Contributing Editors for this page include Rob O’Keefe
#50 on the list of 150 Most Teachable Lincoln Documents
“All this is not the result of accident. It has a philosophical cause. Without the Constitution and the Union, we could not have attained the result; but even these, are not the primary cause of our great prosperity.”
On This Date
HD Daily Report, January, 1861
View Large Map
Rob O’Keefe, “Understanding Lincoln” blog post (via Quora), June 28, 2014
NOTE TO READERS
This page is under construction and will be developed further by students in the new “Understanding Lincoln” online course sponsored by the House Divided Project at Dickinson College and the Gilder Lehrman Institute of American History. To find out more about the course and to see some of our videotaped class sessions, including virtual field trips to Ford’s Theatre and Gettysburg, please visit our Livestream page at http://new.livestream.com/gilderlehrman/lincoln
All this is not the result of accident. It has a philosophical cause. Without the Constitution and the Union, we could not have attained the result; but even these, are not the primary cause of our great prosperity. There is something back of these, entwining itself more closely about the human heart. That something, is the principle of “Liberty to all” —the principle that clears the path for all—gives hope to all — and, by consequence, enterprize, and industry to all.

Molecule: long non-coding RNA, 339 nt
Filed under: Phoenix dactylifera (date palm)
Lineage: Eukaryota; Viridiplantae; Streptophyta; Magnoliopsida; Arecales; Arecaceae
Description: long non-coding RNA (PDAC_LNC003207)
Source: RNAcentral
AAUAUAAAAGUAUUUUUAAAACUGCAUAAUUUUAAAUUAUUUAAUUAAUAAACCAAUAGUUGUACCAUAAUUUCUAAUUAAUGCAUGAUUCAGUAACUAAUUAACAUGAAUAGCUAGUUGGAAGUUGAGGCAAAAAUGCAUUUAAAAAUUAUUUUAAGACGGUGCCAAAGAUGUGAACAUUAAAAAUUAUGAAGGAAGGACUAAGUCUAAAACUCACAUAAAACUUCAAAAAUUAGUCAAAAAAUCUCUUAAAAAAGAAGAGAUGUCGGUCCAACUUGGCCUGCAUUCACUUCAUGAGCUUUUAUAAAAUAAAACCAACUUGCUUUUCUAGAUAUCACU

The expression of that principle, in our Declaration of Independence, was most happy, and fortunate. Without this, as well as with it, we could have declared our independence of Great Britain; but without it, we could not, I think, have secured our free government, and consequent prosperity. No oppressed, people will fight, and endure, as our fathers did, without the promise of something better, than a mere change of masters.
The assertion of that principle, at that time, was the word, “fitly spoken” which has proved an “apple of gold” to us. The Union, and the Constitution, are the picture of silver, subsequently framed around it. The picture was made, not to conceal, or destroy the apple; but to adorn, and preserve it. The picture was made for the apple — not the apple for the picture.
So let us act, that neither picture, or apple shall ever be blurred, or bruised or broken.
That we may so act, we must study, and understand the points of danger.